What language was hardest for you to grasp?

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Are you
A) trying to avoid the "hardest"
B) looking for good challenge
C) conducting a study on how programmers think (Is there a trend?)


E) Curiosity

also

F) Hearing people say c++ is "hard" makes me feel proud for mastering it too, i didn't want to mention this but since you ask
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Thanks for your opinions everyone! Sorry for my lack of activity, unsuprisingly i was busy on a c++ project. Is it ok to showcase your own cocos2d-x c++ game here, in the lounge?
sure
Which coding language was the intricate for you to learn?


From hardest to simplest:

-- BF, I did not get too far with it, see https://en.wikipedia.org/wiki/Brainfuck
-- ooREXX, this object orientet stuff is a cultural clash for me, see https://sourceforge.net/projects/oorexx/
-- HP41 assembler,
-- FORTRAN,
and the rest about the same:
-- REXX,
-- HP41 user language
-- BASIC

I am at the very beginning with C++, so I can not rate it yet. I consider to redo in C++ a pen plotter simulation (role model HP7470A) and a printer simulation (almost an HP82162A) I did in ooREXX. Both receive data via Virtual HPIL (based on TCP/IP) from emulated HP calculators. The printer forwards data via UDP to an already existing simulation. If case you are really nosy take a look here:
http://www.hp41.org/LibView.cfm?Command=View&ItemID=1355
http://www.hp41.org/LibView.cfm?Command=View&ItemID=1354
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Best of wishes on learning c++, looks like it will be the most popular of your programming languages
Thank you for your good wishes. The most prefered will stay REXX with Pipelines on z/VM. Part of this preference is "the worlds best programmers' editor" XEDIT. Probably also for what I use it: manipulate data, analyse data, transform data to use it elsewhere. Even I regard me as an experienced user of Excel, I prefere the mainframe.
Example:
/* JFG2HPM REXX: JFGbin to hpmclist                                   */
                                                                        
/**                                                                     
***      J'ai utilisé un format permettant de                           
***      compacter 4 words de 10 bits en 5 bytes:                       
***                                                                     
***      byte   contenu                                                 
***         0   word0[7-0]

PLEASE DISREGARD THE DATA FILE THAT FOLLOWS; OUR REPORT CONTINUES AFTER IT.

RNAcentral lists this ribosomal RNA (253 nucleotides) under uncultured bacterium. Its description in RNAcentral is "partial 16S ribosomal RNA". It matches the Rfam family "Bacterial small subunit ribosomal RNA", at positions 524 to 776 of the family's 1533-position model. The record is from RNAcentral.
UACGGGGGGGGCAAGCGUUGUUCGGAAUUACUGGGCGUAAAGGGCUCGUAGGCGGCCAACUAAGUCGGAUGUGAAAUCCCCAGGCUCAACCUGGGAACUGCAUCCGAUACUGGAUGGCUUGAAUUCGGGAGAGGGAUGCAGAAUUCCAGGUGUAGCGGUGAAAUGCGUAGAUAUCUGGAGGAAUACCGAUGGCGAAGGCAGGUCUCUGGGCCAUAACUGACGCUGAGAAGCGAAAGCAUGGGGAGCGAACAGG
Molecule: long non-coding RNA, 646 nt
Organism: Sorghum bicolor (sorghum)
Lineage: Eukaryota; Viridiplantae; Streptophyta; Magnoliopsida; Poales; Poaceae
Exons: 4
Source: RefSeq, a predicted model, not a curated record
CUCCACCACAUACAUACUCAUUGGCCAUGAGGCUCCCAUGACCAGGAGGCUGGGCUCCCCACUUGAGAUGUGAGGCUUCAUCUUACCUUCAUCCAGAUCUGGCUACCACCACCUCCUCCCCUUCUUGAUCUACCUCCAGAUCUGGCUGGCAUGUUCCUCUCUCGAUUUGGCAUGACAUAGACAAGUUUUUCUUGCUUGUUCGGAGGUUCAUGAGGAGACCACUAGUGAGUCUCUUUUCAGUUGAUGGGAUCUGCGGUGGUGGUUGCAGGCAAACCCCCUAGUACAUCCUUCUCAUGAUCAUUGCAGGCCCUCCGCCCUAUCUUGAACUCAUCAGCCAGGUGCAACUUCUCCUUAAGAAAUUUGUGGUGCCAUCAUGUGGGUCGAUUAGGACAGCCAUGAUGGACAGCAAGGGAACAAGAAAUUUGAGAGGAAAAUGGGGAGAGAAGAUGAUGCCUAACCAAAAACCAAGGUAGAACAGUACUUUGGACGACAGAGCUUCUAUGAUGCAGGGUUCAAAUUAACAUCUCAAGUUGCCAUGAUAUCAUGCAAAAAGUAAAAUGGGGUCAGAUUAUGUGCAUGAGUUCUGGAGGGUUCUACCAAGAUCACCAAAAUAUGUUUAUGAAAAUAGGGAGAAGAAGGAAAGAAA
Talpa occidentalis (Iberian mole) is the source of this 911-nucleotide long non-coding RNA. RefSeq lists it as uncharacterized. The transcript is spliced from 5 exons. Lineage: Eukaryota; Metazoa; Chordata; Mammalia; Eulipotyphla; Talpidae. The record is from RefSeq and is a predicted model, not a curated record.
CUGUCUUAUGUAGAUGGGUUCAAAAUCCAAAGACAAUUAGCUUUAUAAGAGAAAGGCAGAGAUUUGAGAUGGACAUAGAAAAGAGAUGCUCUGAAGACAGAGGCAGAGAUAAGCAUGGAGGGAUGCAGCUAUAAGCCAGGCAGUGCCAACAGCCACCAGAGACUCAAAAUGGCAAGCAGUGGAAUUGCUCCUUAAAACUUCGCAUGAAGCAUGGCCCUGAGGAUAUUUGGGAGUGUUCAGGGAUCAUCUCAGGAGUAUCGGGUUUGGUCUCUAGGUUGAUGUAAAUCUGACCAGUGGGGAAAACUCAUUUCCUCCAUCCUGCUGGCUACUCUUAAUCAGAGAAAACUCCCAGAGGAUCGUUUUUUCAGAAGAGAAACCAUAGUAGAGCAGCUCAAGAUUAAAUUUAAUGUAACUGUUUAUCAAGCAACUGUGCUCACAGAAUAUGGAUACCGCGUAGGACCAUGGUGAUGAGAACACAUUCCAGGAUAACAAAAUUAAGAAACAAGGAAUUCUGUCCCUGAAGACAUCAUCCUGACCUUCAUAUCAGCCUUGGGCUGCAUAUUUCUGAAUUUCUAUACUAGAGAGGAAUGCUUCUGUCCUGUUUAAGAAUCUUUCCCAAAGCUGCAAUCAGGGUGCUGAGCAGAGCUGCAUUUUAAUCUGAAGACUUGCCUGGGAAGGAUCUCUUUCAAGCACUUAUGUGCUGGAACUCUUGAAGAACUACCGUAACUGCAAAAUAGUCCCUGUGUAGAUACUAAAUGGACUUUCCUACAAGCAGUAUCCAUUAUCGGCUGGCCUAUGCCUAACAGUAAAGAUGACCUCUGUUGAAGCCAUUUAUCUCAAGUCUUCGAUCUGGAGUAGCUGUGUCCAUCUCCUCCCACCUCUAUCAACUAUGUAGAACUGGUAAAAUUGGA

***         1   word0[9-8] + word1[5-0]*4                               
***         2   word1[9-6] + word2[3-0]*16                              
***         3   word2[9-4] + word3[1-0]*64                              
***         4   word3[9-2]                                              
**/                                                                     
                                                                        
 'callpipe *:!fblock 5!reverse!vchar 10 16!reverse!fblock 2',           
 '!spec recno from 40960 d2x 1.4 r 2 c2x nw.1 r 1 c2x n!*:'             
exit rc

Well, that is a soemwhat extreme example, several lines of comment and only three lines of code. It's a different approach than bit-shifting in C/C++

The first 4 lines of output look like this:
A000 009
A001 040
A002 002
A003 063

for corresponding input (here shown in hex): 090021C018...

Now you may imagine, that it will take some time until C++ will outreach it.
Have to agree about IBM's awesome text editor XEDIT: it was my route to mainframe Fortran.

Now I use THE (The Hessling Editor) on a PC under windows (from the command line) but configured to work exactly like XEDIT on a mainframe. Its prefix commands and inbuilt macros beat anything that bloated IDEs can provide.
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exactly like XEDIT on a mainframe

So you may write macros for it in REXX?
On the mainframe there exists one that gives you the same prefix commands working on colums -- a must have.
**********************  IBM Internal Use Only  *************************
* :nick.COL        :sec.IBM Internal Use Only         :disk.VMTOOLS     
* :title.IBM XEDIT Column Editing/VM (XCOL)                             
* :version.1.17    :date.93/05/14   :summary.ANNOUNCE :support.AC       
* :oname.Gary Vair                  :onode.BLDVMB     :ouser.VAIR       
* :aname.Gary Vair                  :anode.BLDVMB     :auser.VAIR       
* :sw.xedit                                                             
* :ops.VM/SP4                       :lang.rexx                          
* :doc.bookmaster                                                       
* :kwd.col xedit xcol column spread sheet hor                           
* :abs.Xedit macro to copy, move, delete and insert column data.  Column
* operations include math (simple spread sheet), sort, sum, justify,    
* number, copy existing text forward (or removing duplicate text),      
* excluding columns from XEDIT operations and much more.                
* The COL macro is available to customers under the product name        
* "IBM XEDIT Column Editing/VM (XCOL)" PRPQ 5799-EGZ.
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